10th History Chapter 2 Important Questions Set – 4
Why was Lahore Congress formalised the demand of ‘Purna Swaraj’ and when it accepted?

In December 1929, under the presidency of Jawaharlal Nehru, the Lahore Congress formalised the demand of ‘Purna Swaraj’ or full independence for India. It was declared that 26 January1930, would be celebrated as the Independence Day when people were to take a pledge to struggle for complete independence. But the celebrations attracted very little attention. So Mahatma Gandhi had to find a way to relate this abstract idea of freedom to more concrete issues of everyday life.

Explain the importance of “salt March” of Gandhi as a symbol to unite the nation?

Mahatma Gandhi found in salt a powerful symbol that could unite the nation. On 31 January 1930, he sent a letter to Viceroy Irwin stating eleven demands. Some of these were of general interest; others were specific demands of different classes, from industrialists to peasants. The idea was to make the demands wide-ranging, so that all classes within Indian society could identify with them and everyone could be brought together in a united campaign. The most stirring of all was the demand to abolish the salt tax. Salt was something consumed by the rich and the poor alike, and it was one of the most essential items of food.

Discuss about salt march how many volunteers accompanied with Mahatma Gandhi?

Mahatma Gandhi’s letter was, in a way, an ultimatum. If the demands were not fulfilled by 11 March, the letter stated, the Congress would launch a civil disobedience campaign. Irwin was unwilling to negotiate. So Mahatma Gandhi started his famous salt march accompanied by 78 of his trusted volunteers. The march was over 240 miles, from Gandhiji’s ashram in Sabarmati to the Gujarati coastal town of Dandi. The volunteers walked for 24 days, about 10 miles a day. Thousands came to hear Mahatma Gandhi wherever he stopped, and he told them what he meant by swaraj and urged them to peacefully defy the British. On 6 April he reached Dandi, and ceremonially violated the law, manufacturing salt by boiling sea water.

How was the Civil Disobedience Movement Different from Non Cooperation movement?

People were now asked not only to refuse cooperation with the British, as they had done in 1921-22, but also to break colonial laws. Thousands in different parts of the country broke the salt law, manufactured salt and demonstrated in front of government salt factories. As the movement spread, foreign cloth was boycotted, and liquor shops were picketed. Peasants refused to pay revenue and chaukidari taxes, village officials resigned, and in many places forest people violated forest laws – going into Reserved Forests to collect wood and graze cattle.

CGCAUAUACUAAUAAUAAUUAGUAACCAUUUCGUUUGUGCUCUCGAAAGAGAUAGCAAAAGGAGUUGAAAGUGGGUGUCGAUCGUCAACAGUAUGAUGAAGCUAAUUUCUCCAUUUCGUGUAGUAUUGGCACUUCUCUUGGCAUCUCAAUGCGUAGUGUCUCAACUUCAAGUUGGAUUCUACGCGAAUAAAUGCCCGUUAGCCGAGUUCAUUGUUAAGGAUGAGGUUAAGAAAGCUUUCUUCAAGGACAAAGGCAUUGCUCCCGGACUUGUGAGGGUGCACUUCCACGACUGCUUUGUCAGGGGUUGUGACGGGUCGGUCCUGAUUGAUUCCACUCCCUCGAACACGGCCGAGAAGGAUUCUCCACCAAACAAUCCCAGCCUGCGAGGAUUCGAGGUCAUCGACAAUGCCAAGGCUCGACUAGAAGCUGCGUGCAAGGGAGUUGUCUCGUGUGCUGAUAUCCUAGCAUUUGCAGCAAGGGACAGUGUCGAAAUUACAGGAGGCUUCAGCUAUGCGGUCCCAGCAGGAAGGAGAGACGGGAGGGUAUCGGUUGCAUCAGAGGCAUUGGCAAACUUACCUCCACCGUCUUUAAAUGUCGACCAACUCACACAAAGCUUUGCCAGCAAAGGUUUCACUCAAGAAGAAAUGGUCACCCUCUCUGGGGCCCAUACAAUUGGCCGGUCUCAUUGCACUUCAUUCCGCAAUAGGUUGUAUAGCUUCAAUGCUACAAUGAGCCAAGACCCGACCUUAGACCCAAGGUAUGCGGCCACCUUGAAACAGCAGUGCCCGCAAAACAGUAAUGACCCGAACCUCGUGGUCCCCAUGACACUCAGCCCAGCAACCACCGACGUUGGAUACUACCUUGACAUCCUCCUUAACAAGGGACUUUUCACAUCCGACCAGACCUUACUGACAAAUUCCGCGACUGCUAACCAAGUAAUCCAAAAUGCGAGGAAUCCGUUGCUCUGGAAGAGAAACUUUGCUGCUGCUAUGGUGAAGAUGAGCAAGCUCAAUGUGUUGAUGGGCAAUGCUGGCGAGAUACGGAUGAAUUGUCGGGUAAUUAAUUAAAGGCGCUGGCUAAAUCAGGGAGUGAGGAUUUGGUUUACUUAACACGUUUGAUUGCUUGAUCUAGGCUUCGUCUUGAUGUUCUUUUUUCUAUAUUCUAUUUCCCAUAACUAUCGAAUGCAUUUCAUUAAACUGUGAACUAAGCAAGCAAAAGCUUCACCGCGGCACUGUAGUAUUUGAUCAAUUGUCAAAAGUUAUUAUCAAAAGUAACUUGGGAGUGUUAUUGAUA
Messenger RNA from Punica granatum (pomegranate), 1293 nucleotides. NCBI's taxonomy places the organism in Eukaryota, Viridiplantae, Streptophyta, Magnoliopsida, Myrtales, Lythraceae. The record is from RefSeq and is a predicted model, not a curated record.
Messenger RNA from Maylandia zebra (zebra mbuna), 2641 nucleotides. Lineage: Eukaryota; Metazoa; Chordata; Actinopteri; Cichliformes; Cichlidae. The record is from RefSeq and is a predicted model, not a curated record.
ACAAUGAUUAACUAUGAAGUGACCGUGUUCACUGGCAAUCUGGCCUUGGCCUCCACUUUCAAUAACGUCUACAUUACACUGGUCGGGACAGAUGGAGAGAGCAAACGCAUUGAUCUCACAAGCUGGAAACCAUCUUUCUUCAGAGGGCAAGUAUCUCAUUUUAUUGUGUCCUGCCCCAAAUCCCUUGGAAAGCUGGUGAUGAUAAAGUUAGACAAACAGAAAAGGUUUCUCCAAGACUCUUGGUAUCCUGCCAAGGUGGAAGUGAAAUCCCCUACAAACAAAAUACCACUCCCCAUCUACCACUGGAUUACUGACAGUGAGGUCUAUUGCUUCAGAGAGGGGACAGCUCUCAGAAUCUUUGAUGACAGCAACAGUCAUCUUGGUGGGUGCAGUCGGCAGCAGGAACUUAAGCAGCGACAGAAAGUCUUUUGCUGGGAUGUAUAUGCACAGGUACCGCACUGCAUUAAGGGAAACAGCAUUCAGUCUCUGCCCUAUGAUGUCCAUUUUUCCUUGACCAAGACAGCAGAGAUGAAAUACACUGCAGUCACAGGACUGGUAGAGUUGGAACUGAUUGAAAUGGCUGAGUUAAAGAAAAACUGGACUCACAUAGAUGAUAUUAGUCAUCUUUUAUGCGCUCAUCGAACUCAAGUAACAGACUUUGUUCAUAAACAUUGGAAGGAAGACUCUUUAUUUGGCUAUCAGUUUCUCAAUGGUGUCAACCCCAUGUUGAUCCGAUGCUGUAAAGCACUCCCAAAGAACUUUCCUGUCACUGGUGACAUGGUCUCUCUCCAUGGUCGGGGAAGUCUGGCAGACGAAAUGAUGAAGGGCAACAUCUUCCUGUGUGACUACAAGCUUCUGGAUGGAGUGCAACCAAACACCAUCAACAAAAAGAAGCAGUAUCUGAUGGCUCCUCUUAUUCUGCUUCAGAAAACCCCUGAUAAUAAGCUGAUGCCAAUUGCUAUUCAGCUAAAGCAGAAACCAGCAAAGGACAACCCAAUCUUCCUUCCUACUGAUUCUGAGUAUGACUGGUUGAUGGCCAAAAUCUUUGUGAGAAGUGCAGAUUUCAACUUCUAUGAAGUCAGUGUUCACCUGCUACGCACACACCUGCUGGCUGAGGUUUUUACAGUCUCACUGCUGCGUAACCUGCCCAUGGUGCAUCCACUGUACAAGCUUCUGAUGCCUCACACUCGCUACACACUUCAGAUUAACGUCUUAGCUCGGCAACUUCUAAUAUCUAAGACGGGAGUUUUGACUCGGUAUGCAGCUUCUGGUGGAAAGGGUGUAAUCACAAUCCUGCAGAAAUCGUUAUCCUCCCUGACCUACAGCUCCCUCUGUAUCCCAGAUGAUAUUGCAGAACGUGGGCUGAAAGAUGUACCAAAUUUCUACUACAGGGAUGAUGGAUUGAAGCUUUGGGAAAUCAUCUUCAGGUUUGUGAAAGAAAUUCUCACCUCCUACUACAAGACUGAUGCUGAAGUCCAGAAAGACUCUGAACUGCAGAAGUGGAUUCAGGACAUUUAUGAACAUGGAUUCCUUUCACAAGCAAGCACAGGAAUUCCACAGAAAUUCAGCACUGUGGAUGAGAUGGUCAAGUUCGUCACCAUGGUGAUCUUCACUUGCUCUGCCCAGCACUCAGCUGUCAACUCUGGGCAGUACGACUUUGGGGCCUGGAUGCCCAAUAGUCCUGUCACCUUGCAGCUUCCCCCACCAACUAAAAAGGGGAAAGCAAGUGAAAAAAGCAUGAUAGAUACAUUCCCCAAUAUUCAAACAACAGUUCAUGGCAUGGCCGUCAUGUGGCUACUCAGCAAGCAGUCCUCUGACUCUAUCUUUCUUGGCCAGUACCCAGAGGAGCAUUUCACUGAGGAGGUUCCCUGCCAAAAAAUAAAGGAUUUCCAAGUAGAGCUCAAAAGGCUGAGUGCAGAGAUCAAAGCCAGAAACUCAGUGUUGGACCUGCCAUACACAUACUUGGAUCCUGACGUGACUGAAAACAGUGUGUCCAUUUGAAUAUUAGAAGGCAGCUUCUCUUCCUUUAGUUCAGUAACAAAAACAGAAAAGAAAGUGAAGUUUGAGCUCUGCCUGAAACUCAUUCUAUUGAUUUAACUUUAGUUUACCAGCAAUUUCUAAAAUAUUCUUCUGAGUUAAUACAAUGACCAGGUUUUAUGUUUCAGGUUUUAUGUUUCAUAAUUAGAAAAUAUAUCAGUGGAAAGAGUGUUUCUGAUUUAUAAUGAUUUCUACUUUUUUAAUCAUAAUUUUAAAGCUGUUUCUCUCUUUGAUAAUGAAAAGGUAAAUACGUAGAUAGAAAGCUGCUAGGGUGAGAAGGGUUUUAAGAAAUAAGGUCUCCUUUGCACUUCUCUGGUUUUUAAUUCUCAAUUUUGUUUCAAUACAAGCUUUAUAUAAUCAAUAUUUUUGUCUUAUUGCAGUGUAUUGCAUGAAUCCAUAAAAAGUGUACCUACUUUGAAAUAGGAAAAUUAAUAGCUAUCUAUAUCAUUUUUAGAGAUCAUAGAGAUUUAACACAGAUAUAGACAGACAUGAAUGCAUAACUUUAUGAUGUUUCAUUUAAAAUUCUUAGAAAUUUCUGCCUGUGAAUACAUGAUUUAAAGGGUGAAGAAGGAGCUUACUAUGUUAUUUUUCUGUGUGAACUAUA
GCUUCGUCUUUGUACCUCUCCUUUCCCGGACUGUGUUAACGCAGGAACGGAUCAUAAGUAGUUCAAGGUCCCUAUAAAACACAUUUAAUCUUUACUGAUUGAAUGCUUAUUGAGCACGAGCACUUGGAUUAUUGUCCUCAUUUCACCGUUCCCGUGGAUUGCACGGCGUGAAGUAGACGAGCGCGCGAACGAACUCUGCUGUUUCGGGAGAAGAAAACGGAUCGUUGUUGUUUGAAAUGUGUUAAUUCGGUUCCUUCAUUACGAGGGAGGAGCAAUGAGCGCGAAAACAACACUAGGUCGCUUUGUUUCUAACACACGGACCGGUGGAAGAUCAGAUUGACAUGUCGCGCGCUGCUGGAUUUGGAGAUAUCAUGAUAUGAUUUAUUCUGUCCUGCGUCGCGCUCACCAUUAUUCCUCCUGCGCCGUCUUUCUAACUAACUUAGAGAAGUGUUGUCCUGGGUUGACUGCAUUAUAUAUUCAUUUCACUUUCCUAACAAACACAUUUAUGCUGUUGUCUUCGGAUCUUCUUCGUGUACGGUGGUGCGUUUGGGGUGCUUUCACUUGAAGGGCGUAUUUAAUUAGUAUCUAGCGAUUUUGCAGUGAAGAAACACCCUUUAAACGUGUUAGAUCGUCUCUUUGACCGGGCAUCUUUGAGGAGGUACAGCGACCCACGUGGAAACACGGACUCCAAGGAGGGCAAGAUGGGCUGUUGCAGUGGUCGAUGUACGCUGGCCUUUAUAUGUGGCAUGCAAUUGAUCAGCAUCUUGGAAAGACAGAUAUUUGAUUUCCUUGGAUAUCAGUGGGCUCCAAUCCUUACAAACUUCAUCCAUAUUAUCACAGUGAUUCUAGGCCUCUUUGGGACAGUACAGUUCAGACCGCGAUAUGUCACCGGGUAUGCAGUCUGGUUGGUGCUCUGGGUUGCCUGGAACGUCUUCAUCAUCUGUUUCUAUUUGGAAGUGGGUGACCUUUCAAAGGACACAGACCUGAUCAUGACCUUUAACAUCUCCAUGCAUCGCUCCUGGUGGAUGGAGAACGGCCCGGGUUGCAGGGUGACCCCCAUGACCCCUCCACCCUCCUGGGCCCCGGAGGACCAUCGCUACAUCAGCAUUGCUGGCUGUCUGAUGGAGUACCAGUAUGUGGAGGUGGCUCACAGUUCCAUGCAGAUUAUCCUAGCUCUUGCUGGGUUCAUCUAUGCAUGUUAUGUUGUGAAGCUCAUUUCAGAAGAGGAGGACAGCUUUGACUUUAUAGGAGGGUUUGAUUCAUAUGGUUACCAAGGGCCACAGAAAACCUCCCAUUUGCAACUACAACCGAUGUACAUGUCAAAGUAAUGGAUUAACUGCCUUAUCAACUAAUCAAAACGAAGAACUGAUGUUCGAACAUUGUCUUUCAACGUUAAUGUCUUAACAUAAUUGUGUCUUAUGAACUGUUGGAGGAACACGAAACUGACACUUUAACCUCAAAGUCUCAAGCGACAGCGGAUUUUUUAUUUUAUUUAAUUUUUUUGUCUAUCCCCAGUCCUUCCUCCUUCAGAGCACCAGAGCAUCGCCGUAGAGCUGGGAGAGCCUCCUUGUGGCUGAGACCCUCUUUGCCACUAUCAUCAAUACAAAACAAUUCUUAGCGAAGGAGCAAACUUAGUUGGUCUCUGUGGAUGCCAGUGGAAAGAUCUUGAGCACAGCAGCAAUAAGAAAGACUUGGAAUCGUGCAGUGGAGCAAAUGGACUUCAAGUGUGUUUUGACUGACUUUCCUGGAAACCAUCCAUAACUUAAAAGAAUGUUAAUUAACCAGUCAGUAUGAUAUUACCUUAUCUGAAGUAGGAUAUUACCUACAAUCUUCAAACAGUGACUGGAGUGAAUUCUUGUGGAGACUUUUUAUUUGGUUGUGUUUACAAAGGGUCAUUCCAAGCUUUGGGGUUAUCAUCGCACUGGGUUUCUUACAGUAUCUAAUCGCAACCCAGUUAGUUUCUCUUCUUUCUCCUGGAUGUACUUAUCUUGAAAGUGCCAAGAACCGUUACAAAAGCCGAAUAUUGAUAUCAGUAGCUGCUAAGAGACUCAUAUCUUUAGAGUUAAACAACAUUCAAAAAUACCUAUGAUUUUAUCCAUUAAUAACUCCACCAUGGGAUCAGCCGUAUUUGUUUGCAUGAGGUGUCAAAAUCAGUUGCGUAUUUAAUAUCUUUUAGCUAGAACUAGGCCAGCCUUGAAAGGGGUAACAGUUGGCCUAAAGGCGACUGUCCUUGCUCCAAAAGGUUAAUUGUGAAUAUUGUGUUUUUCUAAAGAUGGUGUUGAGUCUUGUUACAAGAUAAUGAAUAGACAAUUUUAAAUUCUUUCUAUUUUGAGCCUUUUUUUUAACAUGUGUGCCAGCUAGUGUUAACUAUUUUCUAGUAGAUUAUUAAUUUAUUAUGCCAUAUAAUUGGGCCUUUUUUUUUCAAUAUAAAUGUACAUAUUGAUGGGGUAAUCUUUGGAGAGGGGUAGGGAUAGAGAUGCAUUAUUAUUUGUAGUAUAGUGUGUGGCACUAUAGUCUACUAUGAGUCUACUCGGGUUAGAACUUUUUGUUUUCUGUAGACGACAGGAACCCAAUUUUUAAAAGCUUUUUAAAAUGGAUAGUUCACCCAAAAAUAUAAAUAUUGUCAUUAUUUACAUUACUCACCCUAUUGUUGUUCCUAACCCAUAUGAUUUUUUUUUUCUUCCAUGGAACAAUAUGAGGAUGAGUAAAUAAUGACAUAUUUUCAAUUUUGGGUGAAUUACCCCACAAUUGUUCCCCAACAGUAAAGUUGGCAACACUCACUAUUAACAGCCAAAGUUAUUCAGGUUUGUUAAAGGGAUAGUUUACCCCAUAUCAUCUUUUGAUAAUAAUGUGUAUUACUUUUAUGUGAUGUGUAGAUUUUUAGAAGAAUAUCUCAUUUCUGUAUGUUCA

What thing led to violent clashes in many places?

Worried by the developments, the colonial government began arresting the Congress leaders one by one. This led to violent clashes in many palaces. When Abdul Ghaffar Khan, a devout disciple of Mahatma Gandhi, was arrested in April 1930, angry crowds demonstrated in the streets of Peshawar, facing armoured cars and police firing. Many were killed. A month later, when Mahatma Gandhi himself was arrested, industrial workers in Sholapur attacked police posts, municipal buildings, law courts and railway stations – all structures that symbolised British rule. A frightened government responded with a policy of brutal repression. Peaceful satyagrahis were attacked, women and children were beaten, and about 100,000 people were arrested.

The Civil Disobedience

The Civil Disobedience Movement was the large-scale participation of women. During Gandhiji’s salt march, thousands of women came out of their homes to listen to him. They participated in protest marches, manufactured salt, and picketed foreign cloth and liquor shops. Many went to jail. In urban areas these women were from high-caste families; in rural areas they came from rich peasant households. Moved by Gandhiji’s call, they began to see service to the nation as a sacred duty of women. Yet, this increased public role did not necessarily mean any radical change in the way the position of women was visualised. Gandhiji was convinced that it was the duty of women to look after home and hearth, be good mothers and good wives. And for a long time the Congress was reluctant to allow women to hold any position of authority within the organisation. It was keen only on their symbolic presence.